TOKYO -- Japanese staffing heavyweight Pasona Group will move core functions at its Tokyo headquarters to an island near Kobe and relocate roughly 1,200 employees as workplace conventions shift in response to the coronavirus epidemic.
The move to Awaji Island in Hyogo Prefecture will occur gradually starting in September, with the transfers due to be completed by the end of May 2024. Group CEO Yasuyuki Nambu has been stationed at Awaji since April as a precaution against the pandemic.
Half of all listed Japanese companies have their home office in Tokyo. That concentration has led to congestion during rush hour, and has created issues in terms of preparedness against earthquakes and other disasters. Pasona's move reflects how the COVID-19 epidemic has triggered drastic reforms within the business community.
About 4,600 people work at Pasona's home office in Tokyo's Chiyoda Ward. The group will move critical headquarter functions to Awaji, including key executive roles, business planning and human resources.
The relocation will include about 70% of the 1,800 people in positions such as information technology and back-office management. The company will proceed with the transfers after confirming that each employee is open to resettling.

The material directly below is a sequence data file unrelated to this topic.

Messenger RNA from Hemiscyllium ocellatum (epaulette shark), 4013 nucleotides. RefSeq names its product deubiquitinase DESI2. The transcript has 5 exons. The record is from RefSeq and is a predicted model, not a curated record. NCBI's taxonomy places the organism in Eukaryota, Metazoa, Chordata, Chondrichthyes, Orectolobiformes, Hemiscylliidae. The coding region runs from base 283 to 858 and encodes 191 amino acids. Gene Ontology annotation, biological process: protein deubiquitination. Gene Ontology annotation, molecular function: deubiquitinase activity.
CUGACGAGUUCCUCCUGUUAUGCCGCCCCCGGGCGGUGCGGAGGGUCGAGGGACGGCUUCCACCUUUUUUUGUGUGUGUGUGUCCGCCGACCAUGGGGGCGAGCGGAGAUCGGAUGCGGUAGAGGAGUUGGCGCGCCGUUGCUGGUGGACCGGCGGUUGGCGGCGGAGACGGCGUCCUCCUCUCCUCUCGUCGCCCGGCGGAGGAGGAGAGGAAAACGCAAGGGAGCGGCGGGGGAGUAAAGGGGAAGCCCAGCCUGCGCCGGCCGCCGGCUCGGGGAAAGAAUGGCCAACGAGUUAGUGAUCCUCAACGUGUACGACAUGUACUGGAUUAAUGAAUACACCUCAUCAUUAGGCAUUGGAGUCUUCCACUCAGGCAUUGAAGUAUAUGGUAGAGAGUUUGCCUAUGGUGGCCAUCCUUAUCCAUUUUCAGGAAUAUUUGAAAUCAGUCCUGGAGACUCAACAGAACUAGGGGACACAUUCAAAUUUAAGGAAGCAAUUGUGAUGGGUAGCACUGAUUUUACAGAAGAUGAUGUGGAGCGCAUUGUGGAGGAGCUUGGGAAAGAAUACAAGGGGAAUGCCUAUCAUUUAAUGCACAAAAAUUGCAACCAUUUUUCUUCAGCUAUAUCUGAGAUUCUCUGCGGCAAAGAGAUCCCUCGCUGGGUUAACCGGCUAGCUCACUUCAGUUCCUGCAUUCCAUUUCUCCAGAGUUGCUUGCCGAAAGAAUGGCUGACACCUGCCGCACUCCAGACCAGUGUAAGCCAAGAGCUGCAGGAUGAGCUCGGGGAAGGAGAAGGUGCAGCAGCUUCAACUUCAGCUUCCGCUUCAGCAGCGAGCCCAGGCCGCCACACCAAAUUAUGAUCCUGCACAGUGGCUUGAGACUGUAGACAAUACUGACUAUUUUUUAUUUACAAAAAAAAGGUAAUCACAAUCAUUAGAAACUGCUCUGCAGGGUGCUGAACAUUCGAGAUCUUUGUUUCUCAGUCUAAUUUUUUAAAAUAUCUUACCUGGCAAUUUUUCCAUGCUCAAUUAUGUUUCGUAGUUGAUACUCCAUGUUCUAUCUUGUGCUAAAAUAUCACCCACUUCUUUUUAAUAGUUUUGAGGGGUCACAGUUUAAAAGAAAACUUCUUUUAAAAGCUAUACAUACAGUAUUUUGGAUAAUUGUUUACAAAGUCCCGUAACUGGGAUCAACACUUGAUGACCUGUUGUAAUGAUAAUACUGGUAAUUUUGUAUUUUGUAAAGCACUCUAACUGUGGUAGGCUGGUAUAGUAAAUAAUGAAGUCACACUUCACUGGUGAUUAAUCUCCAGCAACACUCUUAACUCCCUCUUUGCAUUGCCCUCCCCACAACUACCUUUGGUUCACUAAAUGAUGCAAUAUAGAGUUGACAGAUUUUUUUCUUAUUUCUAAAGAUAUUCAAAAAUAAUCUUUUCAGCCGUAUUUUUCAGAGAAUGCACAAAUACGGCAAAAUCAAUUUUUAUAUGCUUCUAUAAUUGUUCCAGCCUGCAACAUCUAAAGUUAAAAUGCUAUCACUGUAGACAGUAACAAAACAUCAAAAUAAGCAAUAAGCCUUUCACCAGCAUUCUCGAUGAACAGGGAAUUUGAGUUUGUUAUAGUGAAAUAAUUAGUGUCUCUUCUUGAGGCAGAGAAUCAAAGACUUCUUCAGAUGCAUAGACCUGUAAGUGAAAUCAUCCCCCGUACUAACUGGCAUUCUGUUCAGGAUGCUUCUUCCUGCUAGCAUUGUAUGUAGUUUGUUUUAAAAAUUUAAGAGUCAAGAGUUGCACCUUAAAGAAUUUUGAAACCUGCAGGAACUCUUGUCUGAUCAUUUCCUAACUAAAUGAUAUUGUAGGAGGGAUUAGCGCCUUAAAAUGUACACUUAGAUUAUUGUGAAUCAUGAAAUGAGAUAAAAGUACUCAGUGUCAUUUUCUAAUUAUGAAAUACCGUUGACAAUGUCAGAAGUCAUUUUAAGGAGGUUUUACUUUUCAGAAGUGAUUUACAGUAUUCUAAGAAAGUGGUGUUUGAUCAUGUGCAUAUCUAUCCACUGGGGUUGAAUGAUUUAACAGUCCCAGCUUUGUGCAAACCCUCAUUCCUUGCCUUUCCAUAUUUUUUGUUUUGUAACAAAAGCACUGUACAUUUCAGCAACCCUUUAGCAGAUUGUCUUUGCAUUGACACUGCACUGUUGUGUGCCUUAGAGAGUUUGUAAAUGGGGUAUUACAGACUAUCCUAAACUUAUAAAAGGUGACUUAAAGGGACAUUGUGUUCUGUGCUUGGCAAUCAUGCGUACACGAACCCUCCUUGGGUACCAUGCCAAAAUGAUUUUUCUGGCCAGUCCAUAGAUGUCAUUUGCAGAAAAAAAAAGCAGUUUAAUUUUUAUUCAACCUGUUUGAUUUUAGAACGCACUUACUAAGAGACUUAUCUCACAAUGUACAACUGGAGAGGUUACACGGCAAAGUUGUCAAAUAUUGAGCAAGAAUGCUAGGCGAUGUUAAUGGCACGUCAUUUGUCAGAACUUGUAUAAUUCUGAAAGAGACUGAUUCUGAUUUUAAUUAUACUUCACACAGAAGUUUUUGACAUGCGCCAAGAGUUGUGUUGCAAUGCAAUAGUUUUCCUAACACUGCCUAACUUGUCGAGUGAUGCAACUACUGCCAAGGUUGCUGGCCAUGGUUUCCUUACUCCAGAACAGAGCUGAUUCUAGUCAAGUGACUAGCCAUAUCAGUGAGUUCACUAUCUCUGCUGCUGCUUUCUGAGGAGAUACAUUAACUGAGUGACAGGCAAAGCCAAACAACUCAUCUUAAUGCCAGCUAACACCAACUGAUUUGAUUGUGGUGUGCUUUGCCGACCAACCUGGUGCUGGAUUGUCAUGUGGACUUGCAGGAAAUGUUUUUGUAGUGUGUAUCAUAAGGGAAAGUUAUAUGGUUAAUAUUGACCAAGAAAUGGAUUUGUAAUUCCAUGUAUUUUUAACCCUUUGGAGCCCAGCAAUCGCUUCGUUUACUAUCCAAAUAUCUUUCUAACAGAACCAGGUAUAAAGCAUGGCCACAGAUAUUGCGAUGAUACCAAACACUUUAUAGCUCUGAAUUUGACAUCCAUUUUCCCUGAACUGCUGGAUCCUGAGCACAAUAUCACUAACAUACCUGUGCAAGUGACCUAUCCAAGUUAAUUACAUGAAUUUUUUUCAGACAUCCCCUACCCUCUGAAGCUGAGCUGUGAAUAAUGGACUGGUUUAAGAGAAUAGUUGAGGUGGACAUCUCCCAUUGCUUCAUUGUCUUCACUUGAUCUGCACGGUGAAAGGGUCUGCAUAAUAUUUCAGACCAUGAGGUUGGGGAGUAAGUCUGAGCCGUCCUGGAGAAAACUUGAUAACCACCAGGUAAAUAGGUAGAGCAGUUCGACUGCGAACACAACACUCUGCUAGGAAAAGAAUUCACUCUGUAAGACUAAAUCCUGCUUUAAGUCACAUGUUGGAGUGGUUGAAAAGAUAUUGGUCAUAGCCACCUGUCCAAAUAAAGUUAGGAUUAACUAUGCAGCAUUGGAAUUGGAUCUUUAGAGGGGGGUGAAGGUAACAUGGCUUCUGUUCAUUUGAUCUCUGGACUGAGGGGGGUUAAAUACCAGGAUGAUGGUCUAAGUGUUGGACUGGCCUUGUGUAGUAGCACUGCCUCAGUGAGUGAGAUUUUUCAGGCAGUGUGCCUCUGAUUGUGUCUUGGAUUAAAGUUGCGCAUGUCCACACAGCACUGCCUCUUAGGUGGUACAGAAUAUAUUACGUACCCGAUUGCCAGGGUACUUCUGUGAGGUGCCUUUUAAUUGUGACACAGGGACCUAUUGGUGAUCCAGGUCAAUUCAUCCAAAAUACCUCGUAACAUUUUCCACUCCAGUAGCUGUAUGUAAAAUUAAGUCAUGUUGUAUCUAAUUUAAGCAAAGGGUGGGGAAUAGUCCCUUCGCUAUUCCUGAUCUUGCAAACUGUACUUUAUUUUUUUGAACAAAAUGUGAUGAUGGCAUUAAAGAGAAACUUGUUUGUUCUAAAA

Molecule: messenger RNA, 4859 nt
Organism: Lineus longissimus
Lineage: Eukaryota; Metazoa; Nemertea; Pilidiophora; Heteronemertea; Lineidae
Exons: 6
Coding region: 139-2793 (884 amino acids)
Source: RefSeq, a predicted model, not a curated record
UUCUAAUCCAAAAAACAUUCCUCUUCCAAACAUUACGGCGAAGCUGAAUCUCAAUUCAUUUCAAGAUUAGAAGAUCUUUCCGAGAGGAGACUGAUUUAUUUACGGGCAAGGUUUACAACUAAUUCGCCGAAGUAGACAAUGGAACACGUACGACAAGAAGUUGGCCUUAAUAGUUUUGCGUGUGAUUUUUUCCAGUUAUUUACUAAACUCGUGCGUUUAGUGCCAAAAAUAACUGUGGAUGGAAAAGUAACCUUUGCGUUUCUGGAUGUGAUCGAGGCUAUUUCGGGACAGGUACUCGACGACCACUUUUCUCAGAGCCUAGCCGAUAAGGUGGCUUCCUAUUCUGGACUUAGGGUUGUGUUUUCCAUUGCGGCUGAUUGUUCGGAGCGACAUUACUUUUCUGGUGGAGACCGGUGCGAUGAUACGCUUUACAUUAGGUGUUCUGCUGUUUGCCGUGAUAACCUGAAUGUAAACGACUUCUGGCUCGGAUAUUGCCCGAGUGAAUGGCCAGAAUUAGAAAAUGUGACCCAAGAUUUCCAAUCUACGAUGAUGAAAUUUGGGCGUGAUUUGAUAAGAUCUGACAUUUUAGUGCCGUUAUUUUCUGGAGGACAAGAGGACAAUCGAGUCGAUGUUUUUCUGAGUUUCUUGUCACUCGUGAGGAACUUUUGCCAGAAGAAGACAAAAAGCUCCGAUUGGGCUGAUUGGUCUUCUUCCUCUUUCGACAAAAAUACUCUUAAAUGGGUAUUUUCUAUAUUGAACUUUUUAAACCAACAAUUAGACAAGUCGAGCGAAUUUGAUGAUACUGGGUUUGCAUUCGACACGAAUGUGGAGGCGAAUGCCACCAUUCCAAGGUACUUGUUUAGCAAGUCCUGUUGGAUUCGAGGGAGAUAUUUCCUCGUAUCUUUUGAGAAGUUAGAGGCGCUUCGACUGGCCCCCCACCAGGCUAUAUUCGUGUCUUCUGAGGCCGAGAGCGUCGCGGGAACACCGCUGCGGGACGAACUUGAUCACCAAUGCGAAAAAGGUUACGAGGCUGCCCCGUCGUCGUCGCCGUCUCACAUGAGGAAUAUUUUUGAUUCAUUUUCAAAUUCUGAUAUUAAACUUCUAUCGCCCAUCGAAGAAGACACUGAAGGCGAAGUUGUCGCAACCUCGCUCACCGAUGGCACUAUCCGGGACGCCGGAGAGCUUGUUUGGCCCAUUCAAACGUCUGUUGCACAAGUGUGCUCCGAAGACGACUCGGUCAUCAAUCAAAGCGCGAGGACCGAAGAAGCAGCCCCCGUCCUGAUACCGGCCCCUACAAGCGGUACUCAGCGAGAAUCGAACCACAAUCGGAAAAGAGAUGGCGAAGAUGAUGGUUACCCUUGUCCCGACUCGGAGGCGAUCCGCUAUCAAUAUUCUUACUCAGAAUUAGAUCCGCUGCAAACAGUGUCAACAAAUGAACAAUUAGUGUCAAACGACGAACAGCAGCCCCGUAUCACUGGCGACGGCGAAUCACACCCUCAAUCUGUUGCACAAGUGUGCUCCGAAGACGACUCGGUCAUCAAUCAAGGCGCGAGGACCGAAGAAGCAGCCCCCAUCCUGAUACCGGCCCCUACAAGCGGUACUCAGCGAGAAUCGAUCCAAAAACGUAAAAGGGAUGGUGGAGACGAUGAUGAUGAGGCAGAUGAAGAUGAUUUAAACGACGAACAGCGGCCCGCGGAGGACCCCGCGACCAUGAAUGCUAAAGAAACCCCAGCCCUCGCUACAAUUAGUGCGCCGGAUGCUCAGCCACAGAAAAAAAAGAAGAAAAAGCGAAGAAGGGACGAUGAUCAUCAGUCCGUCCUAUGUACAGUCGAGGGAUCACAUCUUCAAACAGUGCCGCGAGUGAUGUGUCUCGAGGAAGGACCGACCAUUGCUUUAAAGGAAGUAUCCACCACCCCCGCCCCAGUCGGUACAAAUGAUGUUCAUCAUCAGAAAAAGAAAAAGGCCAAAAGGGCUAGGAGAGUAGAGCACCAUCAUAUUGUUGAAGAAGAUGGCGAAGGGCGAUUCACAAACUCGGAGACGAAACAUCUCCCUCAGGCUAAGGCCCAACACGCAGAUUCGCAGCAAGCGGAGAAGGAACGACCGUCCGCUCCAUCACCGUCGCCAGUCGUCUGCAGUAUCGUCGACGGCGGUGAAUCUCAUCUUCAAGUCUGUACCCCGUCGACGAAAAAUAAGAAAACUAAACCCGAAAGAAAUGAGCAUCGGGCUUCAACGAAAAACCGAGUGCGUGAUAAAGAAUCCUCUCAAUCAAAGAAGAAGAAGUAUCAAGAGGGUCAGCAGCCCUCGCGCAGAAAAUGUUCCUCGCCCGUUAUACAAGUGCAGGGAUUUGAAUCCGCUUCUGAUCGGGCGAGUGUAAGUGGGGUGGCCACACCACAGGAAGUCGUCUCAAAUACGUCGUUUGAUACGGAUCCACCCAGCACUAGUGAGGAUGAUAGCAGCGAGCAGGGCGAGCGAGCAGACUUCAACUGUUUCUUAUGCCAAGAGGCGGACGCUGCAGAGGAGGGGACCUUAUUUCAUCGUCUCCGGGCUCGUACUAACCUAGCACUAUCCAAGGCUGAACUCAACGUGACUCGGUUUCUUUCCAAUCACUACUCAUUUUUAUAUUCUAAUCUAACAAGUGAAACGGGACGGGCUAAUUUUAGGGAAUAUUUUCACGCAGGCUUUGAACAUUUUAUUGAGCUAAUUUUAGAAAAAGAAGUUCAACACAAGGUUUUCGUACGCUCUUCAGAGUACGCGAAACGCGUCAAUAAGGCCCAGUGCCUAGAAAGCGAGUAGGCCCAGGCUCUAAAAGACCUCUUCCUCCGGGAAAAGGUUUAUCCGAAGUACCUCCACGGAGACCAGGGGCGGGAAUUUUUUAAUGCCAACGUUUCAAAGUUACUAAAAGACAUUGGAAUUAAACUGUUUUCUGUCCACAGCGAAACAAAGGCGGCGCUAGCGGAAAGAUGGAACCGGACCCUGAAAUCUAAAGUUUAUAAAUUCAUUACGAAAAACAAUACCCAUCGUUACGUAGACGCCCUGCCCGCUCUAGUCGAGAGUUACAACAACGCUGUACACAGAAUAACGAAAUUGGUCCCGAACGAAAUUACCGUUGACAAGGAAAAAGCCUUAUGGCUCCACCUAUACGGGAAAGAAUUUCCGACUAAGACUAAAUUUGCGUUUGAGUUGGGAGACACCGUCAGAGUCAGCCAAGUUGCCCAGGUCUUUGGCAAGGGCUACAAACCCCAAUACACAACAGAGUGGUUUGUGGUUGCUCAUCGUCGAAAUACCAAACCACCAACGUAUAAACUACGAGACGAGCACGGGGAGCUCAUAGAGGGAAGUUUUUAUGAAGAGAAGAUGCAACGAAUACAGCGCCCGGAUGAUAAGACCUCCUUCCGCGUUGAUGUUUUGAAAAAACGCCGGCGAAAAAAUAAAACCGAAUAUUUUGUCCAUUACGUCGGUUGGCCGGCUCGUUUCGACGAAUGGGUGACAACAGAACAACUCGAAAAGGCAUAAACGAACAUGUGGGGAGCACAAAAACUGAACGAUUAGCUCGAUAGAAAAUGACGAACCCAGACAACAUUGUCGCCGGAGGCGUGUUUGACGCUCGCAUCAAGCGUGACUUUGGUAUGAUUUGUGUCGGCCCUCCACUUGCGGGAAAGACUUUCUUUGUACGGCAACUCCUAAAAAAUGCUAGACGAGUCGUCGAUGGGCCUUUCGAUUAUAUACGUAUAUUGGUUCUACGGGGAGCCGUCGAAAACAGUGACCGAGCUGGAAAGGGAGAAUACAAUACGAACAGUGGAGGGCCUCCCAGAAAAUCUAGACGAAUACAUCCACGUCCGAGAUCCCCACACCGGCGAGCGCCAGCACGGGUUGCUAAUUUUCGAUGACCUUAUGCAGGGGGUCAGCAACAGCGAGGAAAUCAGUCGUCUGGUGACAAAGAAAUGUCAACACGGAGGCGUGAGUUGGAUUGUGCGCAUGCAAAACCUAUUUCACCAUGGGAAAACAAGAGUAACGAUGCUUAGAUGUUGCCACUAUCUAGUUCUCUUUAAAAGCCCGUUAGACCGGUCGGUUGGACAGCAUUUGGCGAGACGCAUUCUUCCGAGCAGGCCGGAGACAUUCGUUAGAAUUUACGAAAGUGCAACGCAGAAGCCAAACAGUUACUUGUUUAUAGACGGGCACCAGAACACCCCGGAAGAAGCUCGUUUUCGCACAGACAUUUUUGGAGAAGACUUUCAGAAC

Pasona's nationwide network of sales offices, including the ones in Tokyo, will be kept in place. About 40% of the company's employees work from home as a pandemic precaution, and that structure will remain after the relocation.
Nambu, who founded Pasona, is himself a native of Hyogo. Pasona launched farming and tourism operations in Awaji in 2008, and acquired dorms and other buildings in the area from Sanyo Electric, a manufacturer absorbed by Panasonic.
Pasona decided that moving critical roles to existing locations outside of Tokyo offers an advantage from a business planning standpoint. The company believes the disadvantages of working in outlying areas, such as diminished opportunities for information gathering or job recruiting, can be mitigated with the widespread adoption of web conferencing.
The coronavirus pandemic has pushed Japanese companies to overhaul the way they do business. Fujitsu has decided to slash its office space by half in response to the number of employees telecommuting.
Pasona is recommending workstations to corporate clients where resorts double as workspaces. In Awaji, where the staffing group ultimately plans to have more than 2,000 workers, a department tasked with promoting the digitization of work duties has been set up.